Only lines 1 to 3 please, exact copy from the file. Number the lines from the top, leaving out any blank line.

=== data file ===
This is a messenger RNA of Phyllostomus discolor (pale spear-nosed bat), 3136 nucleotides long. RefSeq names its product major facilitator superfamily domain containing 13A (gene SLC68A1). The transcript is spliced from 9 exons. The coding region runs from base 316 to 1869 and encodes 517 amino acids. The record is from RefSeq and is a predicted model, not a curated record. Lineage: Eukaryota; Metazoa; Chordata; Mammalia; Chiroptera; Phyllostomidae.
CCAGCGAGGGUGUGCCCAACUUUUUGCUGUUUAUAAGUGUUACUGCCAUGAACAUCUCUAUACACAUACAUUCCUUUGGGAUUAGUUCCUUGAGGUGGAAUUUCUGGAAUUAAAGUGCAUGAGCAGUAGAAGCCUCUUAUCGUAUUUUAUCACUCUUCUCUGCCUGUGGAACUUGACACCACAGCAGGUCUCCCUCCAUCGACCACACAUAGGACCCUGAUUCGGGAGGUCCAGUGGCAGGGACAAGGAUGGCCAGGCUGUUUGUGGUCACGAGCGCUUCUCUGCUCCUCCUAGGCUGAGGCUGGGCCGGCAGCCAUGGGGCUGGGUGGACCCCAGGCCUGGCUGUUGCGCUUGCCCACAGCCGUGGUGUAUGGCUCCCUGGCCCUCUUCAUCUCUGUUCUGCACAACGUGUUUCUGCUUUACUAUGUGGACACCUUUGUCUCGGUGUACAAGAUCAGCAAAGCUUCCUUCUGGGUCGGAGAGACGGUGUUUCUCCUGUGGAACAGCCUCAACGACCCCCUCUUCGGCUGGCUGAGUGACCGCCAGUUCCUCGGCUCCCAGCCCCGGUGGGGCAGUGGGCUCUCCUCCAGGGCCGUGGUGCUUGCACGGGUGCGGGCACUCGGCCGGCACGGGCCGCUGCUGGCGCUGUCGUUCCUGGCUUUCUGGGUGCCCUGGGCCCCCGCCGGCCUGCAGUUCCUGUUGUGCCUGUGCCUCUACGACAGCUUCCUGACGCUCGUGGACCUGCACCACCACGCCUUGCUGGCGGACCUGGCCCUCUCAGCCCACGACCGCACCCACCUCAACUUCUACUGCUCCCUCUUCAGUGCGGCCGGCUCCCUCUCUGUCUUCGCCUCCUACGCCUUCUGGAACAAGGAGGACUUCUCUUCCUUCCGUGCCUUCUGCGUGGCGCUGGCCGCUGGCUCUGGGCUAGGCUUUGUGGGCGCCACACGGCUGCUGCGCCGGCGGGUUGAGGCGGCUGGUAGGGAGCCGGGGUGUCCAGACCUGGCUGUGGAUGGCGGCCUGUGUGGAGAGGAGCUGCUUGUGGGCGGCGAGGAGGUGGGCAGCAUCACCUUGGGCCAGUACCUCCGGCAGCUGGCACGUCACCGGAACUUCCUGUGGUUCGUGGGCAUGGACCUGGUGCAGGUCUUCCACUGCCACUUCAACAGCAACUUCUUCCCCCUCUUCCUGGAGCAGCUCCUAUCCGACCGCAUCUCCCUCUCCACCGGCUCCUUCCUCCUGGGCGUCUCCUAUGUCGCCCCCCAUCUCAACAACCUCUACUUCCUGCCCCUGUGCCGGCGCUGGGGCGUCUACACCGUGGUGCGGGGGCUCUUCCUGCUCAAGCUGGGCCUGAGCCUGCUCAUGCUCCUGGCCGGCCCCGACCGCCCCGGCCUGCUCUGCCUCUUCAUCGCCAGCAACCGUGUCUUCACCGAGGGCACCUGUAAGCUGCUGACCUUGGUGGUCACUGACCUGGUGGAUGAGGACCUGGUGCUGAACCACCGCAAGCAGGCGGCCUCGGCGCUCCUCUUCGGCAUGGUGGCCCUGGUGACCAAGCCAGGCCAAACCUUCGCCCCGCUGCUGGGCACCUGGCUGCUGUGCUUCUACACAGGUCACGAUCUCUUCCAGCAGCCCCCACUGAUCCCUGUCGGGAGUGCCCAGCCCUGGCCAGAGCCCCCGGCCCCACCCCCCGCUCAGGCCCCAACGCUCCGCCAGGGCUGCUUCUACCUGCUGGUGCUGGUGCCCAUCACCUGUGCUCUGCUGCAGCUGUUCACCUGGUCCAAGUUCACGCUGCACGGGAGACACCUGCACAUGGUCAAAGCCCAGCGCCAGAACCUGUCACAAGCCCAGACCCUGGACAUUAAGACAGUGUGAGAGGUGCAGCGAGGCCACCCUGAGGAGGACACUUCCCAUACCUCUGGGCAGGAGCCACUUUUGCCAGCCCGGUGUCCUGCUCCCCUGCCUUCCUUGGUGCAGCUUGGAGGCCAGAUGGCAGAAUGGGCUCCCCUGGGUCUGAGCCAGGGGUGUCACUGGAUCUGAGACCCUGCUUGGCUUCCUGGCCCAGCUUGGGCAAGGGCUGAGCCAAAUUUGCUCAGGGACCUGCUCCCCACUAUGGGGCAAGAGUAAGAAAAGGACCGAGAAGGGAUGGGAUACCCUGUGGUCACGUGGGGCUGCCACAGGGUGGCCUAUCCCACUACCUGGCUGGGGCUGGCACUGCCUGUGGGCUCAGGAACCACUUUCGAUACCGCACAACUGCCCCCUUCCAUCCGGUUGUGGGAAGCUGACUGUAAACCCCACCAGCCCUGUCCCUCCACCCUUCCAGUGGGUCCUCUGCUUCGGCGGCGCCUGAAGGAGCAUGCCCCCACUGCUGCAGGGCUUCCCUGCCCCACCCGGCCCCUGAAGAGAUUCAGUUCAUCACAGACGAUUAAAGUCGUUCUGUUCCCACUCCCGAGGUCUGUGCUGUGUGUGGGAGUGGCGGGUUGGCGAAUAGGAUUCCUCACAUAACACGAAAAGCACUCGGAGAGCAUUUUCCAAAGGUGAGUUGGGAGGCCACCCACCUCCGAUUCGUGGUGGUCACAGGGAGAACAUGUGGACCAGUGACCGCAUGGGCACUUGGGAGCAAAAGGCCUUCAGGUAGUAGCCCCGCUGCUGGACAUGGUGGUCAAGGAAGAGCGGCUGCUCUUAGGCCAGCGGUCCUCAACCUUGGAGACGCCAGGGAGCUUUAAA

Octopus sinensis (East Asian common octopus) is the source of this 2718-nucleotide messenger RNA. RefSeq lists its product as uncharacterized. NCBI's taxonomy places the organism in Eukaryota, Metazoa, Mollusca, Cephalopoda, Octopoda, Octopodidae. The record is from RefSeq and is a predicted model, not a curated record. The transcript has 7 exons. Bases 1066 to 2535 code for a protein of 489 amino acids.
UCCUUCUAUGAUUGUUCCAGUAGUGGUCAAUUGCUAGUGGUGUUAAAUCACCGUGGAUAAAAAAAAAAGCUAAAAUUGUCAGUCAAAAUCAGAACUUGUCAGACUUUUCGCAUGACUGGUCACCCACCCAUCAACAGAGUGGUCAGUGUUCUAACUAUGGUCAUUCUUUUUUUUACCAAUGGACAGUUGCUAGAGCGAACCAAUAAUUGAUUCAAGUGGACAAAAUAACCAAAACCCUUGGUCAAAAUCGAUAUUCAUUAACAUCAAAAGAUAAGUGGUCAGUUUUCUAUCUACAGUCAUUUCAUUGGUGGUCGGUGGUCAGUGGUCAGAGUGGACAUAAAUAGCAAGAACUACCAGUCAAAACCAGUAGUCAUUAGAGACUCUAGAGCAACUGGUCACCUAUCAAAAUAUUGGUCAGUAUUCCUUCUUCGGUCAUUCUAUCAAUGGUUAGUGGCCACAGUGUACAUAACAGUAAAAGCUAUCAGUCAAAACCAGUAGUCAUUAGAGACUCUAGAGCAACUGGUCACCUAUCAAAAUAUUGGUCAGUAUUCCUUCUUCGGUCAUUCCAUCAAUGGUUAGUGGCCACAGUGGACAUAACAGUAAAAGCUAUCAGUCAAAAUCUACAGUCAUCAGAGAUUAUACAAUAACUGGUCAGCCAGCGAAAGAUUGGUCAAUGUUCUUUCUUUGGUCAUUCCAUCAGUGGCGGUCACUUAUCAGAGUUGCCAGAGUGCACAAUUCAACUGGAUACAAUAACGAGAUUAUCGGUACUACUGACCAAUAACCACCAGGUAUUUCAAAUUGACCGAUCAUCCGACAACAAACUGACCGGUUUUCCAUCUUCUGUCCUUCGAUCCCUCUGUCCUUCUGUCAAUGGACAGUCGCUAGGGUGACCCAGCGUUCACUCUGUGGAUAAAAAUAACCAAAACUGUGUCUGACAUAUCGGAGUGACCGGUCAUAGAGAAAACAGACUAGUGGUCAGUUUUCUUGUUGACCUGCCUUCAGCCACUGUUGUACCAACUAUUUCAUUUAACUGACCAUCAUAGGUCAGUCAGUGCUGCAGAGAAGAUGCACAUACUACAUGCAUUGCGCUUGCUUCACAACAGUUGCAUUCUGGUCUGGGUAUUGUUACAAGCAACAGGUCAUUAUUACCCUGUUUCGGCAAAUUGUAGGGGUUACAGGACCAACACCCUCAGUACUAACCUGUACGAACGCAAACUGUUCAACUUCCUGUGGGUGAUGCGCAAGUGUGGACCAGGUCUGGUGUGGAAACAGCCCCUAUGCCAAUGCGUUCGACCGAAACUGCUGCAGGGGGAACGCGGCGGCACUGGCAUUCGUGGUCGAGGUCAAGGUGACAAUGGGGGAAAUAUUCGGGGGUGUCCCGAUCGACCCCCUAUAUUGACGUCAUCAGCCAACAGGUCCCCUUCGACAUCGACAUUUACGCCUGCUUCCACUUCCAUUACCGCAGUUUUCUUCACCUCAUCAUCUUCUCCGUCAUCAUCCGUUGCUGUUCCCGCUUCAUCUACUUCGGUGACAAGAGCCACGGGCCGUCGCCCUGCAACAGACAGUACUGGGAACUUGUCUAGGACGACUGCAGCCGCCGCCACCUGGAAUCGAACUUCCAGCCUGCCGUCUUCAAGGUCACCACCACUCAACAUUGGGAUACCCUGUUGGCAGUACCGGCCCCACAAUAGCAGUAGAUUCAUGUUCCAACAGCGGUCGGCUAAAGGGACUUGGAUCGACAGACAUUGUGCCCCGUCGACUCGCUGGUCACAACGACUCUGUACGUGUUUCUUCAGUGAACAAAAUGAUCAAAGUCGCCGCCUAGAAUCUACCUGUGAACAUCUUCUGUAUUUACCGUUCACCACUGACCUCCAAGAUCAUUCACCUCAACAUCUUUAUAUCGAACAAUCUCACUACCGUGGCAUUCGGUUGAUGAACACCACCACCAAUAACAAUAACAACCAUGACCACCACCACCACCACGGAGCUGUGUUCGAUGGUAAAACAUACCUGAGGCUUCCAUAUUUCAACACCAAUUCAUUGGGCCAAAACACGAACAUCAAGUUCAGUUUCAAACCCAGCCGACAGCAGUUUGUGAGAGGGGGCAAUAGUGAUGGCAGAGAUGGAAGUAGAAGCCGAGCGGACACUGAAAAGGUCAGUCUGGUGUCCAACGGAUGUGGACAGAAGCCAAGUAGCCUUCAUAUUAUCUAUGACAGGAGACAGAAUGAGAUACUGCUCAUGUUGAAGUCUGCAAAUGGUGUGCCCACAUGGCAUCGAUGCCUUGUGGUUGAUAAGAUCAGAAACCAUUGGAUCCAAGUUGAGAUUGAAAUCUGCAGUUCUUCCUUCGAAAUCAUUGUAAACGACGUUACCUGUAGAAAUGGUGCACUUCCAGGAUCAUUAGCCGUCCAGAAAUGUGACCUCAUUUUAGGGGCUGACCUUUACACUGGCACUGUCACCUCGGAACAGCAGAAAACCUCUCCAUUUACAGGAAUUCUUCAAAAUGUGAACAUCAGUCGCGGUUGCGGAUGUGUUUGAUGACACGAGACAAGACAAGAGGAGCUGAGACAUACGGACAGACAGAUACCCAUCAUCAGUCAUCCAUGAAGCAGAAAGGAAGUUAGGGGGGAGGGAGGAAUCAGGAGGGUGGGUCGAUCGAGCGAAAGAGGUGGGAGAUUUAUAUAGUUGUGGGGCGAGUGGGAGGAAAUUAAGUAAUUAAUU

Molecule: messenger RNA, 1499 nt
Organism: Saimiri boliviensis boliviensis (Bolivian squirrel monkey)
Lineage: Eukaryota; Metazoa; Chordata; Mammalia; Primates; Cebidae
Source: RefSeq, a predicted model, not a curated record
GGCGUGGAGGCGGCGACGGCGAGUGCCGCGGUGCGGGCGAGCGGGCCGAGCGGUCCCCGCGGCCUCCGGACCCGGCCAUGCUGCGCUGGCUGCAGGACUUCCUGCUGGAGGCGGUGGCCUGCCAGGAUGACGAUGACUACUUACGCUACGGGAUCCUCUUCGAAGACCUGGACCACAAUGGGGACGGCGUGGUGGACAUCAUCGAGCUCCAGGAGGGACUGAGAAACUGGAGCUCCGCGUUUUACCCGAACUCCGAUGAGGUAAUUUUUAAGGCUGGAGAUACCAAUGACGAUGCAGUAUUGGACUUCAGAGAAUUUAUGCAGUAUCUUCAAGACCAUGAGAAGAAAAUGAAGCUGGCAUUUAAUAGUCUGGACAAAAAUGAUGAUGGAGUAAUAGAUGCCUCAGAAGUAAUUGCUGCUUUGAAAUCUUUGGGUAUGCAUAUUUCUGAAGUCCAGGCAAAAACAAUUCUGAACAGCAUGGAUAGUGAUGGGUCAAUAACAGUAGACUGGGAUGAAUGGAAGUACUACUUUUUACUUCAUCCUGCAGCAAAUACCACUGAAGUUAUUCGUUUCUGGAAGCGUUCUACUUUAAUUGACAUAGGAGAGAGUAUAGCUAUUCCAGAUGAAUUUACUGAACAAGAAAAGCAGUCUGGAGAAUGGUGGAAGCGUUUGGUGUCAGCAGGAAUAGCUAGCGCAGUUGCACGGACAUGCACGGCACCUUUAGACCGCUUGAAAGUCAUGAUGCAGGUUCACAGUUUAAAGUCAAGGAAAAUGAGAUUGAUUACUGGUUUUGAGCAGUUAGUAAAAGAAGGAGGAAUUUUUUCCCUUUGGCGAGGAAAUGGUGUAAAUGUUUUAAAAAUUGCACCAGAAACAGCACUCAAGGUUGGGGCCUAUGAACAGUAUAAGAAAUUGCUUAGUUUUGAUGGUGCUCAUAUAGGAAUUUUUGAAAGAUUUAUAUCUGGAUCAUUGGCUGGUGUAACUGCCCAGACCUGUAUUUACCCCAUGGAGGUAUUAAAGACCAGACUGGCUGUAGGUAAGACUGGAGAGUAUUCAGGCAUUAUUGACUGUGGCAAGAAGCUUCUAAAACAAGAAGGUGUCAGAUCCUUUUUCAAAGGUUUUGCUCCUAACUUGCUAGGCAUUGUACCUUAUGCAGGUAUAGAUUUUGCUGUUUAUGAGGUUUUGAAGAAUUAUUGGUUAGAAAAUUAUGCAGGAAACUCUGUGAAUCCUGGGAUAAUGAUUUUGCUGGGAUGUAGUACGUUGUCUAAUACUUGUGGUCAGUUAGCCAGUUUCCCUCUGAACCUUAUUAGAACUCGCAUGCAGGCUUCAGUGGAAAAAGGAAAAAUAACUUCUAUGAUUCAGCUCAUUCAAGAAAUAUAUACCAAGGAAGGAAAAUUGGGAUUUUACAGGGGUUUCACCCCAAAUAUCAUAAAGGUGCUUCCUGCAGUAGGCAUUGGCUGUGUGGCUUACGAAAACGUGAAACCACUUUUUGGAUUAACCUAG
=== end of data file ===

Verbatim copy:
This is a messenger RNA of Phyllostomus discolor (pale spear-nosed bat), 3136 nucleotides long. RefSeq names its product major facilitator superfamily domain containing 13A (gene SLC68A1). The transcript is spliced from 9 exons. The coding region runs from base 316 to 1869 and encodes 517 amino acids. The record is from RefSeq and is a predicted model, not a curated record. Lineage: Eukaryota; Metazoa; Chordata; Mammalia; Chiroptera; Phyllostomidae.
CCAGCGAGGGUGUGCCCAACUUUUUGCUGUUUAUAAGUGUUACUGCCAUGAACAUCUCUAUACACAUACAUUCCUUUGGGAUUAGUUCCUUGAGGUGGAAUUUCUGGAAUUAAAGUGCAUGAGCAGUAGAAGCCUCUUAUCGUAUUUUAUCACUCUUCUCUGCCUGUGGAACUUGACACCACAGCAGGUCUCCCUCCAUCGACCACACAUAGGACCCUGAUUCGGGAGGUCCAGUGGCAGGGACAAGGAUGGCCAGGCUGUUUGUGGUCACGAGCGCUUCUCUGCUCCUCCUAGGCUGAGGCUGGGCCGGCAGCCAUGGGGCUGGGUGGACCCCAGGCCUGGCUGUUGCGCUUGCCCACAGCCGUGGUGUAUGGCUCCCUGGCCCUCUUCAUCUCUGUUCUGCACAACGUGUUUCUGCUUUACUAUGUGGACACCUUUGUCUCGGUGUACAAGAUCAGCAAAGCUUCCUUCUGGGUCGGAGAGACGGUGUUUCUCCUGUGGAACAGCCUCAACGACCCCCUCUUCGGCUGGCUGAGUGACCGCCAGUUCCUCGGCUCCCAGCCCCGGUGGGGCAGUGGGCUCUCCUCCAGGGCCGUGGUGCUUGCACGGGUGCGGGCACUCGGCCGGCACGGGCCGCUGCUGGCGCUGUCGUUCCUGGCUUUCUGGGUGCCCUGGGCCCCCGCCGGCCUGCAGUUCCUGUUGUGCCUGUGCCUCUACGACAGCUUCCUGACGCUCGUGGACCUGCACCACCACGCCUUGCUGGCGGACCUGGCCCUCUCAGCCCACGACCGCACCCACCUCAACUUCUACUGCUCCCUCUUCAGUGCGGCCGGCUCCCUCUCUGUCUUCGCCUCCUACGCCUUCUGGAACAAGGAGGACUUCUCUUCCUUCCGUGCCUUCUGCGUGGCGCUGGCCGCUGGCUCUGGGCUAGGCUUUGUGGGCGCCACACGGCUGCUGCGCCGGCGGGUUGAGGCGGCUGGUAGGGAGCCGGGGUGUCCAGACCUGGCUGUGGAUGGCGGCCUGUGUGGAGAGGAGCUGCUUGUGGGCGGCGAGGAGGUGGGCAGCAUCACCUUGGGCCAGUACCUCCGGCAGCUGGCACGUCACCGGAACUUCCUGUGGUUCGUGGGCAUGGACCUGGUGCAGGUCUUCCACUGCCACUUCAACAGCAACUUCUUCCCCCUCUUCCUGGAGCAGCUCCUAUCCGACCGCAUCUCCCUCUCCACCGGCUCCUUCCUCCUGGGCGUCUCCUAUGUCGCCCCCCAUCUCAACAACCUCUACUUCCUGCCCCUGUGCCGGCGCUGGGGCGUCUACACCGUGGUGCGGGGGCUCUUCCUGCUCAAGCUGGGCCUGAGCCUGCUCAUGCUCCUGGCCGGCCCCGACCGCCCCGGCCUGCUCUGCCUCUUCAUCGCCAGCAACCGUGUCUUCACCGAGGGCACCUGUAAGCUGCUGACCUUGGUGGUCACUGACCUGGUGGAUGAGGACCUGGUGCUGAACCACCGCAAGCAGGCGGCCUCGGCGCUCCUCUUCGGCAUGGUGGCCCUGGUGACCAAGCCAGGCCAAACCUUCGCCCCGCUGCUGGGCACCUGGCUGCUGUGCUUCUACACAGGUCACGAUCUCUUCCAGCAGCCCCCACUGAUCCCUGUCGGGAGUGCCCAGCCCUGGCCAGAGCCCCCGGCCCCACCCCCCGCUCAGGCCCCAACGCUCCGCCAGGGCUGCUUCUACCUGCUGGUGCUGGUGCCCAUCACCUGUGCUCUGCUGCAGCUGUUCACCUGGUCCAAGUUCACGCUGCACGGGAGACACCUGCACAUGGUCAAAGCCCAGCGCCAGAACCUGUCACAAGCCCAGACCCUGGACAUUAAGACAGUGUGAGAGGUGCAGCGAGGCCACCCUGAGGAGGACACUUCCCAUACCUCUGGGCAGGAGCCACUUUUGCCAGCCCGGUGUCCUGCUCCCCUGCCUUCCUUGGUGCAGCUUGGAGGCCAGAUGGCAGAAUGGGCUCCCCUGGGUCUGAGCCAGGGGUGUCACUGGAUCUGAGACCCUGCUUGGCUUCCUGGCCCAGCUUGGGCAAGGGCUGAGCCAAAUUUGCUCAGGGACCUGCUCCCCACUAUGGGGCAAGAGUAAGAAAAGGACCGAGAAGGGAUGGGAUACCCUGUGGUCACGUGGGGCUGCCACAGGGUGGCCUAUCCCACUACCUGGCUGGGGCUGGCACUGCCUGUGGGCUCAGGAACCACUUUCGAUACCGCACAACUGCCCCCUUCCAUCCGGUUGUGGGAAGCUGACUGUAAACCCCACCAGCCCUGUCCCUCCACCCUUCCAGUGGGUCCUCUGCUUCGGCGGCGCCUGAAGGAGCAUGCCCCCACUGCUGCAGGGCUUCCCUGCCCCACCCGGCCCCUGAAGAGAUUCAGUUCAUCACAGACGAUUAAAGUCGUUCUGUUCCCACUCCCGAGGUCUGUGCUGUGUGUGGGAGUGGCGGGUUGGCGAAUAGGAUUCCUCACAUAACACGAAAAGCACUCGGAGAGCAUUUUCCAAAGGUGAGUUGGGAGGCCACCCACCUCCGAUUCGUGGUGGUCACAGGGAGAACAUGUGGACCAGUGACCGCAUGGGCACUUGGGAGCAAAAGGCCUUCAGGUAGUAGCCCCGCUGCUGGACAUGGUGGUCAAGGAAGAGCGGCUGCUCUUAGGCCAGCGGUCCUCAACCUUGGAGACGCCAGGGAGCUUUAAA

Octopus sinensis (East Asian common octopus) is the source of this 2718-nucleotide messenger RNA. RefSeq lists its product as uncharacterized. NCBI's taxonomy places the organism in Eukaryota, Metazoa, Mollusca, Cephalopoda, Octopoda, Octopodidae. The record is from RefSeq and is a predicted model, not a curated record. The transcript has 7 exons. Bases 1066 to 2535 code for a protein of 489 amino acids.